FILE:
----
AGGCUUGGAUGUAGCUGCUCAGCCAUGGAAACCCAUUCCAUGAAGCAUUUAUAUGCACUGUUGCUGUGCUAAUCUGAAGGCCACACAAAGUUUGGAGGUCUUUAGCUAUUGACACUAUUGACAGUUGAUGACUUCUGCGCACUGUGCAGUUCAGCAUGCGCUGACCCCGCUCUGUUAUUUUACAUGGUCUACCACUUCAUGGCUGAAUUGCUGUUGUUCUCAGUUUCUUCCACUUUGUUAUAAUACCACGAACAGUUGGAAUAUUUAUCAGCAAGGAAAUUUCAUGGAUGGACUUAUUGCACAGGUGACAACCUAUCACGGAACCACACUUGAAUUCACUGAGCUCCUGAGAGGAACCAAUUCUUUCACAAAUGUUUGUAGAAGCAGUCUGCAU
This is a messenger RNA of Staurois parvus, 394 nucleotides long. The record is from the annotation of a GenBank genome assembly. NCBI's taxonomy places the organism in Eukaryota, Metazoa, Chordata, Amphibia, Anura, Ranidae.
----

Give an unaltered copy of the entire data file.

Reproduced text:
AGGCUUGGAUGUAGCUGCUCAGCCAUGGAAACCCAUUCCAUGAAGCAUUUAUAUGCACUGUUGCUGUGCUAAUCUGAAGGCCACACAAAGUUUGGAGGUCUUUAGCUAUUGACACUAUUGACAGUUGAUGACUUCUGCGCACUGUGCAGUUCAGCAUGCGCUGACCCCGCUCUGUUAUUUUACAUGGUCUACCACUUCAUGGCUGAAUUGCUGUUGUUCUCAGUUUCUUCCACUUUGUUAUAAUACCACGAACAGUUGGAAUAUUUAUCAGCAAGGAAAUUUCAUGGAUGGACUUAUUGCACAGGUGACAACCUAUCACGGAACCACACUUGAAUUCACUGAGCUCCUGAGAGGAACCAAUUCUUUCACAAAUGUUUGUAGAAGCAGUCUGCAU
This is a messenger RNA of Staurois parvus, 394 nucleotides long. The record is from the annotation of a GenBank genome assembly. NCBI's taxonomy places the organism in Eukaryota, Metazoa, Chordata, Amphibia, Anura, Ranidae.